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Jul. 20  2018
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The marchers make democracy work

Hong Kong plunged yesterday into its "deepest political crisis" since the 1997 handover to China when the territory's leader, Tung Chee-hwa, was forced into a humiliating u-turn on security legislation demanded by Beijing, the British newspapers reported on Tuesday.

Source  :  BASE21


by Christian / Base21 Media Activists
dvs-b@t-online.de


Hong Kong plunged yesterday into its "deepest political crisis" since the 1997 handover to China when the territory's leader, Tung Chee-hwa, was forced into a humiliating u-turn on security legislation demanded by Beijing, the British newspapers reported on Tuesday.

The chief executive, who was hand-picked by "communist" party bosses to steer Hong Kong after the transfer from British rule, undermined his authority and embarrassed his superiors on the mainland by announcing that he would delay an anti-subversion law in the face of an overwhelming display of people power and the loss of a key ally.

The climbdown marks a victory for the 500,000 residents who took to the streets last week in the biggest demonstration in the territory since the 1989 Tiananmen Square protests - and challenges the communist party to show whether it has changed since the murderous crackdown that followed.

Having misread the mood in Hong Kong, Beijing is now obliged to consider whether to prop up or replace Tung, a choice that represents the toughest challenge yet to the "one-nation, two-systems" arrangement under which the territory is granted more freedoms and democracy than the mainland.

Christine Loh, a former independent member of the legislative council, said Hong Kong had entered uncharted constitutional waters. "The government has effectively fallen, but we don't have a political system with a self correcting mechanism," she said.

"This a big test for Beijing. If it wants to show the world that one country, two systems can work, then it must use a light hand. There is a lot of prestige involved. The stakes are very high."

Criticized by his opponents for kowtowing to Beijing, Tung, a business tycoon, has grown increasingly unpopular since the 1997 handover as a result of the Asian financial crisis and record unemployment.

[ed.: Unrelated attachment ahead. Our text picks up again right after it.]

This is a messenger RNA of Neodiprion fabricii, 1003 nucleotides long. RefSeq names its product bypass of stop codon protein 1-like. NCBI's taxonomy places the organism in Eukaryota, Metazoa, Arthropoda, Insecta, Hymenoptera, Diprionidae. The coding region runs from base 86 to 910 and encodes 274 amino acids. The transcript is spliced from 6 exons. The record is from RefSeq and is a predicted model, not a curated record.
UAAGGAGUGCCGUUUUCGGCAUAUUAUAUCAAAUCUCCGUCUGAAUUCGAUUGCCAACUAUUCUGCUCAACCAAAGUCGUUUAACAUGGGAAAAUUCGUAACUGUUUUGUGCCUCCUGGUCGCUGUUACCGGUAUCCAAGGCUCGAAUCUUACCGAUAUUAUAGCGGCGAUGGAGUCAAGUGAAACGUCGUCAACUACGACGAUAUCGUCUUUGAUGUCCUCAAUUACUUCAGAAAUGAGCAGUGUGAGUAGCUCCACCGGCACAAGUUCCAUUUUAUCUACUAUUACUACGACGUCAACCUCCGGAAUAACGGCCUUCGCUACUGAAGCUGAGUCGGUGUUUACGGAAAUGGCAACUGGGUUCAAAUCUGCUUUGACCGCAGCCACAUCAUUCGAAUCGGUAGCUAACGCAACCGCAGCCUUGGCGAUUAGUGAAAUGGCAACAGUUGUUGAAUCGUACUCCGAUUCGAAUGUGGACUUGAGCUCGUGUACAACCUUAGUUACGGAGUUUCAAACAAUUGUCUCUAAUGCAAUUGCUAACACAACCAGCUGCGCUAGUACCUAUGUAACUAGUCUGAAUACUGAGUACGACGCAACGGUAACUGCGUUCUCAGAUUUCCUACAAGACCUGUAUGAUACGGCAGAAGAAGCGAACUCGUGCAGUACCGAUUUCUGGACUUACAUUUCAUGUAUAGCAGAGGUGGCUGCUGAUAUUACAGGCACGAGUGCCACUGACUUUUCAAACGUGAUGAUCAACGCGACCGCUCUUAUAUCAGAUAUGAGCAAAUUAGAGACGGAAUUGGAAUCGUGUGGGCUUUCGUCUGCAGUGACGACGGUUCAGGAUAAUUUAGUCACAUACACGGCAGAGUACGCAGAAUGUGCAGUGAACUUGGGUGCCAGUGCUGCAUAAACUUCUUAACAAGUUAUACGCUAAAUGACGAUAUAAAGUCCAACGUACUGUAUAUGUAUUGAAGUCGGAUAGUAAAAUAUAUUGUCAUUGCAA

Public fury reached a peak last week, when the chief executive tried to push through an unpopular anti-subversion law that is seen as a threat to the civil liberties and press freedoms that were left largely intact after the 1997 handover.

Despite last Tuesday's massive demonstration of 7% of Hong Kong's population and criticism from Britain, the United States and the European Union, Tung continued to push the legislation. He is obliged to enact it under the 1997 Basic Law, which serves as a form of constitution for the territory. He offered a number of concessions over the weekend, but these were not enough to save his reputation.

The most contentious clause had required the government to outlaw any group found to be linked to a proscribed mainland organisation, such as democratic civic groups. This was deleted in the concession announced on Saturday. In another concession, Tung added a public interest clause for journalists prosecuted for writing about confidential government documents.

However, after the loss of a pro-China ally, James Tien, made it inevitable that he would lose the scheduled vote in the legislative council on Wednesday, the chief executive had no choice but to accept a delay.

"Tung has lost control in the legislature, has lost the iron votes he thought he had. There is an enormous crisis in his administration," Allen Lee, a political commentator and a leading Hong Kong deputy to China's parliament, told reporters. "Usually, at such times, the government should step down, or collapse. As to whether Tung will collapse or step down, I believe the decision is not purely Tung's, but the Chinese government will have to deal with this crisis."

There is no precedent for a leader to step down mid-term. The Basic Law states vaguely that a chief executive should resign for "ill health or other reasons," but it would be embarrassing for leaders in Beijing to replace Tung, whom they have supported publicly. As recently as last week, the new prime minister, Wen Jiabao, stood side by side with the chief executive in trying to reassure the territory that it had nothing to fear from the anti-subversion laws.

The crisis comes at a sensitive time for China's leadership. After taking office earlier this year, the new president, Hu Jintao, is trying to stamp his authority on the secretive 82-year-old communist party, which runs one of the world's most aggressive capitalist economies. But Hu's freedom of movement is restrained by his predecessor, Jiang Zemin, who retains control of the armed forces.

Hong Kong puts the party in an unexpected bind. For the past six years, its assumption has been that the territory's seven million residents are more interested in making money than pursuing democracy. But the sudden surge of activism could set a precedent that threatens its own authority on the mainland.

So until now we've a great victory for democracy and this could be a model for our movement here in South Korea.
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